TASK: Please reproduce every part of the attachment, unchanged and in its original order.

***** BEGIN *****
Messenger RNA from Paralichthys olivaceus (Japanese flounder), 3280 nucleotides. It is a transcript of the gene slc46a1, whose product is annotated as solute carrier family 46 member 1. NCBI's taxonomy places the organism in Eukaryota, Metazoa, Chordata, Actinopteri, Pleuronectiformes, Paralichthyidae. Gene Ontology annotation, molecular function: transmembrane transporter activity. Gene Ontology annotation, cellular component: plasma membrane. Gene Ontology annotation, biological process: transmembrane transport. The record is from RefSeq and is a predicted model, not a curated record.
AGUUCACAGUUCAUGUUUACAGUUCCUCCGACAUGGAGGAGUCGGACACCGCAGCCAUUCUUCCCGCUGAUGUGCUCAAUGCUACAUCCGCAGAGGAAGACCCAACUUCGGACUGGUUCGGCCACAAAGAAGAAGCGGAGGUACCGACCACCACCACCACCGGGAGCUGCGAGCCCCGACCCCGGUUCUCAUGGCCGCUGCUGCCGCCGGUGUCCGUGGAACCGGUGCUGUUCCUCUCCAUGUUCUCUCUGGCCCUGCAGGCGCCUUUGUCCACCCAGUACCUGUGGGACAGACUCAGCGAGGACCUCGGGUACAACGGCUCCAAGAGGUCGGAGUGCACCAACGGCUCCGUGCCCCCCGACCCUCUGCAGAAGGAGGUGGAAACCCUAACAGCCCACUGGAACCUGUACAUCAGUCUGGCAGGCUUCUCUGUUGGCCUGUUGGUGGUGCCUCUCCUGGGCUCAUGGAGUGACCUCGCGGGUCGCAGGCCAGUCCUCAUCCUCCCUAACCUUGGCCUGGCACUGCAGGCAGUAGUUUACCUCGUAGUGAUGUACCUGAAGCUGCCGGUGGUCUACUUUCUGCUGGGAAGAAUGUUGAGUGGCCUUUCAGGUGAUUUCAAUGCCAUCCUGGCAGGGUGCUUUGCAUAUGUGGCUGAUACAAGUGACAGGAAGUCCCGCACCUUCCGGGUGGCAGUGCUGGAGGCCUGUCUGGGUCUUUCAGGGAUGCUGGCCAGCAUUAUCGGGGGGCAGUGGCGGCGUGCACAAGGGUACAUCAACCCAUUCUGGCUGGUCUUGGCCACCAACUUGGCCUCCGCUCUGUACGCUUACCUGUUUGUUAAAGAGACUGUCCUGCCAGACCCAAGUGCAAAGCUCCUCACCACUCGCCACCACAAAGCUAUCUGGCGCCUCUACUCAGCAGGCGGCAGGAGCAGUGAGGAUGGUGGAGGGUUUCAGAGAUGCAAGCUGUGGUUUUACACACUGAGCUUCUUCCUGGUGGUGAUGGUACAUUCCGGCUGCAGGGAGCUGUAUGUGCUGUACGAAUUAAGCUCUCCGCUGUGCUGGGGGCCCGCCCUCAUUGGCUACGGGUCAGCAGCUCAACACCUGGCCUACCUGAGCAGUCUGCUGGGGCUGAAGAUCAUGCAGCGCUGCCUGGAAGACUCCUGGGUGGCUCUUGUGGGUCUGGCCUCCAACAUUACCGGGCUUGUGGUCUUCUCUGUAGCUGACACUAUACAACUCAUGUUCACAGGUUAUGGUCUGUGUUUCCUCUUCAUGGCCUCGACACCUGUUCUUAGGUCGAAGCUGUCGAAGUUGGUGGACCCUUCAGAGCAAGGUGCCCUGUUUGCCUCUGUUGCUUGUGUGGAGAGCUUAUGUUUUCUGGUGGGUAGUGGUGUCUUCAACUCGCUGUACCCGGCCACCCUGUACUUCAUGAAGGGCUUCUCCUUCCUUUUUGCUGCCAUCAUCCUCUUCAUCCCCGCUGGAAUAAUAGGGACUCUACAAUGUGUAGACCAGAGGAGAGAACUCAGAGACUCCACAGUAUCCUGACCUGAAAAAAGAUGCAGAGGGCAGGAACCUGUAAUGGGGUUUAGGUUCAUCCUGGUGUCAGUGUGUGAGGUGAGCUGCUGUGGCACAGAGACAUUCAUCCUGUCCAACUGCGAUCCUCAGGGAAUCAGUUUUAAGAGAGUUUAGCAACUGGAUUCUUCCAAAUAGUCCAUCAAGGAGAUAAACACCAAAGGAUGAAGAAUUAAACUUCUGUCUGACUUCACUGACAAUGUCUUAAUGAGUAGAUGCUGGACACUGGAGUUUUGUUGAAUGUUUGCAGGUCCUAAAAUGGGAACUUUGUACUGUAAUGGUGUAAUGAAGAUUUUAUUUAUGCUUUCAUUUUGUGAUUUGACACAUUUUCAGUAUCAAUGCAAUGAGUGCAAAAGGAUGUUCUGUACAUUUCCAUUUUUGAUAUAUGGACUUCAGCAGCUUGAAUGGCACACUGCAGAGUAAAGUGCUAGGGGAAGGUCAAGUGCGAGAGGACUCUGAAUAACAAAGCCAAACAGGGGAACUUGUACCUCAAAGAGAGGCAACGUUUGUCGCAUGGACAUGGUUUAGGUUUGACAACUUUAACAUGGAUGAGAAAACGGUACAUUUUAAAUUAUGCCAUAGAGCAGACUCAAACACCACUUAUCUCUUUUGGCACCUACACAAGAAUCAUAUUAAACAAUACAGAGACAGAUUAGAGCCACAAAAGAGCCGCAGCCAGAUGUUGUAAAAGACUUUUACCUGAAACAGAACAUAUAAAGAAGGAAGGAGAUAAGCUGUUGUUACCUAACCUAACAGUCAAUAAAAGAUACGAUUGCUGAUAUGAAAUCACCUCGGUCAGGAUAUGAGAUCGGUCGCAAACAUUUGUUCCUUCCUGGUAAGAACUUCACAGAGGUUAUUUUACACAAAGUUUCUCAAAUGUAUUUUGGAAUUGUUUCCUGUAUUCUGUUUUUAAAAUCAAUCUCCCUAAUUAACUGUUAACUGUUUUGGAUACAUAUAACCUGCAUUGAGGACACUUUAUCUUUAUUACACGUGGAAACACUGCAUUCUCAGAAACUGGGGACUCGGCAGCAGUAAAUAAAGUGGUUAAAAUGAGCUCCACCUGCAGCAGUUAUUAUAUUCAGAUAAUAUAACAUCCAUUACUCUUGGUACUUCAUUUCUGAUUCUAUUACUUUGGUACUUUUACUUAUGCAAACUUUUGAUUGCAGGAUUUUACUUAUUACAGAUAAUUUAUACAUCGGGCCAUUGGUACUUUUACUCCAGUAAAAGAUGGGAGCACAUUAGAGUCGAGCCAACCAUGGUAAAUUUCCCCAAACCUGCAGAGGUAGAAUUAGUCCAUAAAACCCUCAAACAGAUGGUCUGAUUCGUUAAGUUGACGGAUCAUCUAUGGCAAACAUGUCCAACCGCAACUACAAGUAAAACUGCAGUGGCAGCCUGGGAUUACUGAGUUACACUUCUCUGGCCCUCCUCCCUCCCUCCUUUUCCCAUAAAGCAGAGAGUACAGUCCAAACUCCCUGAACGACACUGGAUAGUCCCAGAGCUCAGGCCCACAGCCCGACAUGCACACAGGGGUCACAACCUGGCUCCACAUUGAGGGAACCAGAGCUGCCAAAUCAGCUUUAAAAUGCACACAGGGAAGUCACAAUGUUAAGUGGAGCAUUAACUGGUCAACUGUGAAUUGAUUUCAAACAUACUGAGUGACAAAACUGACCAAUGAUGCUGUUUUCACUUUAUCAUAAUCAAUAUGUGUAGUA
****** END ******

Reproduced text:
Messenger RNA from Paralichthys olivaceus (Japanese flounder), 3280 nucleotides. It is a transcript of the gene slc46a1, whose product is annotated as solute carrier family 46 member 1. NCBI's taxonomy places the organism in Eukaryota, Metazoa, Chordata, Actinopteri, Pleuronectiformes, Paralichthyidae. Gene Ontology annotation, molecular function: transmembrane transporter activity. Gene Ontology annotation, cellular component: plasma membrane. Gene Ontology annotation, biological process: transmembrane transport. The record is from RefSeq and is a predicted model, not a curated record.
AGUUCACAGUUCAUGUUUACAGUUCCUCCGACAUGGAGGAGUCGGACACCGCAGCCAUUCUUCCCGCUGAUGUGCUCAAUGCUACAUCCGCAGAGGAAGACCCAACUUCGGACUGGUUCGGCCACAAAGAAGAAGCGGAGGUACCGACCACCACCACCACCGGGAGCUGCGAGCCCCGACCCCGGUUCUCAUGGCCGCUGCUGCCGCCGGUGUCCGUGGAACCGGUGCUGUUCCUCUCCAUGUUCUCUCUGGCCCUGCAGGCGCCUUUGUCCACCCAGUACCUGUGGGACAGACUCAGCGAGGACCUCGGGUACAACGGCUCCAAGAGGUCGGAGUGCACCAACGGCUCCGUGCCCCCCGACCCUCUGCAGAAGGAGGUGGAAACCCUAACAGCCCACUGGAACCUGUACAUCAGUCUGGCAGGCUUCUCUGUUGGCCUGUUGGUGGUGCCUCUCCUGGGCUCAUGGAGUGACCUCGCGGGUCGCAGGCCAGUCCUCAUCCUCCCUAACCUUGGCCUGGCACUGCAGGCAGUAGUUUACCUCGUAGUGAUGUACCUGAAGCUGCCGGUGGUCUACUUUCUGCUGGGAAGAAUGUUGAGUGGCCUUUCAGGUGAUUUCAAUGCCAUCCUGGCAGGGUGCUUUGCAUAUGUGGCUGAUACAAGUGACAGGAAGUCCCGCACCUUCCGGGUGGCAGUGCUGGAGGCCUGUCUGGGUCUUUCAGGGAUGCUGGCCAGCAUUAUCGGGGGGCAGUGGCGGCGUGCACAAGGGUACAUCAACCCAUUCUGGCUGGUCUUGGCCACCAACUUGGCCUCCGCUCUGUACGCUUACCUGUUUGUUAAAGAGACUGUCCUGCCAGACCCAAGUGCAAAGCUCCUCACCACUCGCCACCACAAAGCUAUCUGGCGCCUCUACUCAGCAGGCGGCAGGAGCAGUGAGGAUGGUGGAGGGUUUCAGAGAUGCAAGCUGUGGUUUUACACACUGAGCUUCUUCCUGGUGGUGAUGGUACAUUCCGGCUGCAGGGAGCUGUAUGUGCUGUACGAAUUAAGCUCUCCGCUGUGCUGGGGGCCCGCCCUCAUUGGCUACGGGUCAGCAGCUCAACACCUGGCCUACCUGAGCAGUCUGCUGGGGCUGAAGAUCAUGCAGCGCUGCCUGGAAGACUCCUGGGUGGCUCUUGUGGGUCUGGCCUCCAACAUUACCGGGCUUGUGGUCUUCUCUGUAGCUGACACUAUACAACUCAUGUUCACAGGUUAUGGUCUGUGUUUCCUCUUCAUGGCCUCGACACCUGUUCUUAGGUCGAAGCUGUCGAAGUUGGUGGACCCUUCAGAGCAAGGUGCCCUGUUUGCCUCUGUUGCUUGUGUGGAGAGCUUAUGUUUUCUGGUGGGUAGUGGUGUCUUCAACUCGCUGUACCCGGCCACCCUGUACUUCAUGAAGGGCUUCUCCUUCCUUUUUGCUGCCAUCAUCCUCUUCAUCCCCGCUGGAAUAAUAGGGACUCUACAAUGUGUAGACCAGAGGAGAGAACUCAGAGACUCCACAGUAUCCUGACCUGAAAAAAGAUGCAGAGGGCAGGAACCUGUAAUGGGGUUUAGGUUCAUCCUGGUGUCAGUGUGUGAGGUGAGCUGCUGUGGCACAGAGACAUUCAUCCUGUCCAACUGCGAUCCUCAGGGAAUCAGUUUUAAGAGAGUUUAGCAACUGGAUUCUUCCAAAUAGUCCAUCAAGGAGAUAAACACCAAAGGAUGAAGAAUUAAACUUCUGUCUGACUUCACUGACAAUGUCUUAAUGAGUAGAUGCUGGACACUGGAGUUUUGUUGAAUGUUUGCAGGUCCUAAAAUGGGAACUUUGUACUGUAAUGGUGUAAUGAAGAUUUUAUUUAUGCUUUCAUUUUGUGAUUUGACACAUUUUCAGUAUCAAUGCAAUGAGUGCAAAAGGAUGUUCUGUACAUUUCCAUUUUUGAUAUAUGGACUUCAGCAGCUUGAAUGGCACACUGCAGAGUAAAGUGCUAGGGGAAGGUCAAGUGCGAGAGGACUCUGAAUAACAAAGCCAAACAGGGGAACUUGUACCUCAAAGAGAGGCAACGUUUGUCGCAUGGACAUGGUUUAGGUUUGACAACUUUAACAUGGAUGAGAAAACGGUACAUUUUAAAUUAUGCCAUAGAGCAGACUCAAACACCACUUAUCUCUUUUGGCACCUACACAAGAAUCAUAUUAAACAAUACAGAGACAGAUUAGAGCCACAAAAGAGCCGCAGCCAGAUGUUGUAAAAGACUUUUACCUGAAACAGAACAUAUAAAGAAGGAAGGAGAUAAGCUGUUGUUACCUAACCUAACAGUCAAUAAAAGAUACGAUUGCUGAUAUGAAAUCACCUCGGUCAGGAUAUGAGAUCGGUCGCAAACAUUUGUUCCUUCCUGGUAAGAACUUCACAGAGGUUAUUUUACACAAAGUUUCUCAAAUGUAUUUUGGAAUUGUUUCCUGUAUUCUGUUUUUAAAAUCAAUCUCCCUAAUUAACUGUUAACUGUUUUGGAUACAUAUAACCUGCAUUGAGGACACUUUAUCUUUAUUACACGUGGAAACACUGCAUUCUCAGAAACUGGGGACUCGGCAGCAGUAAAUAAAGUGGUUAAAAUGAGCUCCACCUGCAGCAGUUAUUAUAUUCAGAUAAUAUAACAUCCAUUACUCUUGGUACUUCAUUUCUGAUUCUAUUACUUUGGUACUUUUACUUAUGCAAACUUUUGAUUGCAGGAUUUUACUUAUUACAGAUAAUUUAUACAUCGGGCCAUUGGUACUUUUACUCCAGUAAAAGAUGGGAGCACAUUAGAGUCGAGCCAACCAUGGUAAAUUUCCCCAAACCUGCAGAGGUAGAAUUAGUCCAUAAAACCCUCAAACAGAUGGUCUGAUUCGUUAAGUUGACGGAUCAUCUAUGGCAAACAUGUCCAACCGCAACUACAAGUAAAACUGCAGUGGCAGCCUGGGAUUACUGAGUUACACUUCUCUGGCCCUCCUCCCUCCCUCCUUUUCCCAUAAAGCAGAGAGUACAGUCCAAACUCCCUGAACGACACUGGAUAGUCCCAGAGCUCAGGCCCACAGCCCGACAUGCACACAGGGGUCACAACCUGGCUCCACAUUGAGGGAACCAGAGCUGCCAAAUCAGCUUUAAAAUGCACACAGGGAAGUCACAAUGUUAAGUGGAGCAUUAACUGGUCAACUGUGAAUUGAUUUCAAACAUACUGAGUGACAAAACUGACCAAUGAUGCUGUUUUCACUUUAUCAUAAUCAAUAUGUGUAGUA